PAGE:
Fujichrome Velvia 50D would be an excellent substitute for K40 in some ways, a good complement to a 64T stock.

Excluding Kodachrome, Kodak's slow-speed E6 reversal stocks are 64T, 64D, and a family of 100D stocks of various saturation and color biases. They also have a 160T and 320T Ektachrome reversal stock, although they are not particular saturated nor fine-grained.
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#7 A.Oliver

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Posted 23 July 2005 - 01:56 PM

Be nice to have k64 cut into 8mm and 16mm widths, however thats defeating the object of a kodachrome free world. However if kodak are still commited to kodachrome, surely one stock is better, than producing 16mm k40 and 35mm k64. Thats of course if 16mm k40 is still being made (i have me doubts). Would a daylite k64 stock be finer grained than a e64t stock? Seem to recall kodak a few years ago selling 50asa slide film, wonder why it was dropped? Sorry if i have strolled off topic a bit. Andy
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#8 David Mullen ASC

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Posted 23 July 2005 - 07:41 PM

Would a daylite k64 stock be finer grained than a e64t stock?

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Only in the blues, because that layer could be made slower in speed.
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#9 Alessandro Machi

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Posted 23 July 2005 - 11:07 PM

I don't think it's reasonable that Kodak only release Super-8 stocks that can be read by the most basic cameras that only expose correctly for 40 and 160 ASA stocks.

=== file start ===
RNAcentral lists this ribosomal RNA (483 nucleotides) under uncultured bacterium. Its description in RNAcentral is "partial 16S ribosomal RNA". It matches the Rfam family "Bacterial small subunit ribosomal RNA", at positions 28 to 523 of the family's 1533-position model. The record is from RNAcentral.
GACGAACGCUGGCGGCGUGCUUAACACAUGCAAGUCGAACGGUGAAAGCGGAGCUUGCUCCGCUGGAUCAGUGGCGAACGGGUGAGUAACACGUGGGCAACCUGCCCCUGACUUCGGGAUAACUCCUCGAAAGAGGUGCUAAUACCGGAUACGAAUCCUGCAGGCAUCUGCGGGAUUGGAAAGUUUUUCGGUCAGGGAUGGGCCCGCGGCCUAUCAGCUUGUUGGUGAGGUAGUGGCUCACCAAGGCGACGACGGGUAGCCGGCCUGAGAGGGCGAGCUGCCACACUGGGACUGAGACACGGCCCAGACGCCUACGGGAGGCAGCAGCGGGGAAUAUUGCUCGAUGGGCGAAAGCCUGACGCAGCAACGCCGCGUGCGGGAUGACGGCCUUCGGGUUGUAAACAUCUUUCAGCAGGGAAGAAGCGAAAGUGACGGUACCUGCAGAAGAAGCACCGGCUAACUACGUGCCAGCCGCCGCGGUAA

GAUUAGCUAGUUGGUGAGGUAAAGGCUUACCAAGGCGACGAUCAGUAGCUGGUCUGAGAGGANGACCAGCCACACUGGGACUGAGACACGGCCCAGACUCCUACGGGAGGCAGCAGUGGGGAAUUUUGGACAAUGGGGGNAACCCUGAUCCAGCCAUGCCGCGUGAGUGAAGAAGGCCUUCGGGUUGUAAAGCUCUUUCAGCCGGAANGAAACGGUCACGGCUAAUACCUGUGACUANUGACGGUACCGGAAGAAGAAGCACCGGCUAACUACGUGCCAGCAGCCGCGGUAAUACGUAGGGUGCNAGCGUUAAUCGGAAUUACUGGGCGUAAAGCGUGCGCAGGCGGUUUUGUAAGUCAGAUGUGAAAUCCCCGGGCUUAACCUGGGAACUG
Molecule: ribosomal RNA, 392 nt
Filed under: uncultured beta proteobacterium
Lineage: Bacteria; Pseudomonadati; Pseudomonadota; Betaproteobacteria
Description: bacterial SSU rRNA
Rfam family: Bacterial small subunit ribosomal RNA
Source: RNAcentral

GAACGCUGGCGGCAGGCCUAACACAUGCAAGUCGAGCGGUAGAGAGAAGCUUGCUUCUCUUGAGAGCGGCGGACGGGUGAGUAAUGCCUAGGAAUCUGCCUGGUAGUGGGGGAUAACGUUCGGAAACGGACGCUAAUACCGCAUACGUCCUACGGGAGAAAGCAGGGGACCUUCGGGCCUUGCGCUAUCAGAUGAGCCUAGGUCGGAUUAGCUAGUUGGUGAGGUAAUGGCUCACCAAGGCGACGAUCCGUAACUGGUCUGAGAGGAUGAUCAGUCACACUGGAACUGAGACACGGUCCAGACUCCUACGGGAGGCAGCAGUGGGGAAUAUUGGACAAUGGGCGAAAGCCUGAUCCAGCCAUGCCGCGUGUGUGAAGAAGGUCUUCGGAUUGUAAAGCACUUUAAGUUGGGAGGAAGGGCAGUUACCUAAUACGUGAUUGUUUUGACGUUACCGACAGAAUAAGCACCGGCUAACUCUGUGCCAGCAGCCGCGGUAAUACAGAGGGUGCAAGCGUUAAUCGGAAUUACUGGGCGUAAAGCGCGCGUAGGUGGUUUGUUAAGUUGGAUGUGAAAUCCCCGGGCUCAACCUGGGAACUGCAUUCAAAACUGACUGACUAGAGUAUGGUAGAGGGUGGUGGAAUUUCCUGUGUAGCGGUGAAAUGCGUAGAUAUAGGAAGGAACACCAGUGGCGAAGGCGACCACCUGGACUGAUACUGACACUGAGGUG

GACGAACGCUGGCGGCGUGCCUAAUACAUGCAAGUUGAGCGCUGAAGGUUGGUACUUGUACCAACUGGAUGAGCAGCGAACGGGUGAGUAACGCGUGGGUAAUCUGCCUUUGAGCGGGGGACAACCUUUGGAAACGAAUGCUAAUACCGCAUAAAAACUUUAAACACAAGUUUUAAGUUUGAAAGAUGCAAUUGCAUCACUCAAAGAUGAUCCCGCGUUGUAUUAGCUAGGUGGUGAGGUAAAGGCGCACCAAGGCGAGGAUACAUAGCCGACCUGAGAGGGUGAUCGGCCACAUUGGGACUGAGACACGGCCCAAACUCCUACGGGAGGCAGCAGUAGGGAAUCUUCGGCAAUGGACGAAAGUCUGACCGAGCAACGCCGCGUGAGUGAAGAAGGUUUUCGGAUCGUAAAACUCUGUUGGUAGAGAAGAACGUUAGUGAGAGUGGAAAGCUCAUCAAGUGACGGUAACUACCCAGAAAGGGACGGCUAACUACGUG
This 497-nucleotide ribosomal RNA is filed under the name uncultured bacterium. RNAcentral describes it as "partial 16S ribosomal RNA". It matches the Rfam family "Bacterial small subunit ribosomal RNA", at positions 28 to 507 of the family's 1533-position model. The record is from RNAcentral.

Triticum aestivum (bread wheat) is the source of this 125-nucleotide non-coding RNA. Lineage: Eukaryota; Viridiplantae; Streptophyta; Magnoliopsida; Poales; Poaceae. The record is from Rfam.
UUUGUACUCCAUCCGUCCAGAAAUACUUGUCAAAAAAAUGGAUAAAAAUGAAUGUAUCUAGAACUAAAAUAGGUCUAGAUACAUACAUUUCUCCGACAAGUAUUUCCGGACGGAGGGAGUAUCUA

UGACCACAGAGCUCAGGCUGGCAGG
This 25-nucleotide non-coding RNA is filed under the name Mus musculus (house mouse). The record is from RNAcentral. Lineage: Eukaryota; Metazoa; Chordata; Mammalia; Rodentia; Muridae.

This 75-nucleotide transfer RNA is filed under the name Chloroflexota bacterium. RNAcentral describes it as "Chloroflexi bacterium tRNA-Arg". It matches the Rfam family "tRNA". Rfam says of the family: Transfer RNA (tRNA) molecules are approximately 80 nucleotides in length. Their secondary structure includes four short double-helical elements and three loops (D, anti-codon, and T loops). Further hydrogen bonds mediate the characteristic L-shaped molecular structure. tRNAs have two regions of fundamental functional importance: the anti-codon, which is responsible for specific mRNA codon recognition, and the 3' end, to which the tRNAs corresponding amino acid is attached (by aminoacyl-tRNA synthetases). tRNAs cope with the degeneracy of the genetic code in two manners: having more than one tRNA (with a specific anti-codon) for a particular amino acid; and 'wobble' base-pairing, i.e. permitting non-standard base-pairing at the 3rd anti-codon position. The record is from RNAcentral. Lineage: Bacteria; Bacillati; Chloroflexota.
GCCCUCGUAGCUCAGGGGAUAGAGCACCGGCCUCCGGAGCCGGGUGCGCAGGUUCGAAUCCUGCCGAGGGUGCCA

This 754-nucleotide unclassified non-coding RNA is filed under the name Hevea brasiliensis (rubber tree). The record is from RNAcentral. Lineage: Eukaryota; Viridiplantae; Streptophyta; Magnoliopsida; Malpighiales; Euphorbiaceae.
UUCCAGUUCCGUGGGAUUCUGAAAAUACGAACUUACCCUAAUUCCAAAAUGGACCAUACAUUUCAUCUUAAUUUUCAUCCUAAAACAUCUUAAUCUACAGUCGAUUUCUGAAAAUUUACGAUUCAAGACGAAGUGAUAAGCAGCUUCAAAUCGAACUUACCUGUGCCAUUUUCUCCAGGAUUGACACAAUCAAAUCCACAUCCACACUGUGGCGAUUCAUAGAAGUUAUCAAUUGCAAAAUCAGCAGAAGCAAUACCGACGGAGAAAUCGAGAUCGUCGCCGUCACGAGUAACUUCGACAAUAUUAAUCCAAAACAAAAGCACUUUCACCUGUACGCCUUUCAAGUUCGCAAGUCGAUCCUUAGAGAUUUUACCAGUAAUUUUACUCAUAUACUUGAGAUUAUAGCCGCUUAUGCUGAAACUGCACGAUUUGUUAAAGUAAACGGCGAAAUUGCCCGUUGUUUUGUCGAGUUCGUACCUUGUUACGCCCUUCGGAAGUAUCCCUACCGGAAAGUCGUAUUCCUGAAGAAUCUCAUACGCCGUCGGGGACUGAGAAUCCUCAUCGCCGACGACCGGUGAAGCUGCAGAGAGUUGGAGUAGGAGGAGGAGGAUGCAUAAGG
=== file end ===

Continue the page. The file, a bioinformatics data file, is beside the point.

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That's excellent reverse logic.

Although I am not happy about the cessation of Kodachrome 40, One could also use reverse logic about that issue and say that Kodak is handing over their Kodachrome processing business to small businesses around the world who can provide E-6 processing.

Now lets hope the Ektachrome 64 is "good enough".
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#10 Richard Tuohy

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Posted 24 July 2005 - 04:18 AM

Ultimately David I aggree with you. I have always really had an Ansel Adams attitude to exposure, developer, thermometers and room temperature and the inclination of ones head, etc.. I have the privelege of being in a small town that still has a community film group which provides a great context for having my own films screened. The town love us which is really nice. I want to keep this group going as long as possible. The group is varied, however, and comprises a lot of non-photographically minded people. Thats why I am looking for a solution to this post k-40 exposure issue. By and large, however, most of the other people in the group won't notice a slight increase in exposure. Its not what they are about. Since I order and buy the stock for the group, however, I would prefer if I could supply something to them that I felt suited what they were doing. But oh well. Another factor here in Australia is that currently there is no E-6 laboratory for movie film lengths. We are used to posting stuff o.s., but we are also used to not paying for the postage! (it being pre-paid with kodachrome) Again, Oh well. I am thinking of home processing the 64t for the group if necessary. At least then I can under develop as required if people's stock needs to be pulled to 40asa. Anyway, I thank you for your response.
Ricahrd T.
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#11 Anthony Schilling

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Posted 24 July 2005 - 11:01 AM

Well the pro8mm 100D stock may provide an answer... or does it?


I shot 2 test rolls of Pro8 100D last week. It's actually notched for 40ASA, so I just stopped down 1 and 1/3rd stop from the internal meter reading.
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#12 Sam Wells

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Posted 24 July 2005 - 12:20 PM

Fujichrome Velvia 50D would be an excellent substitute for K40 in some ways, a good complement to a 64T stock.

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Provia 100F, also if not more !!

I think E100D & Velvia are insanely saturated for many puropses.

-Sam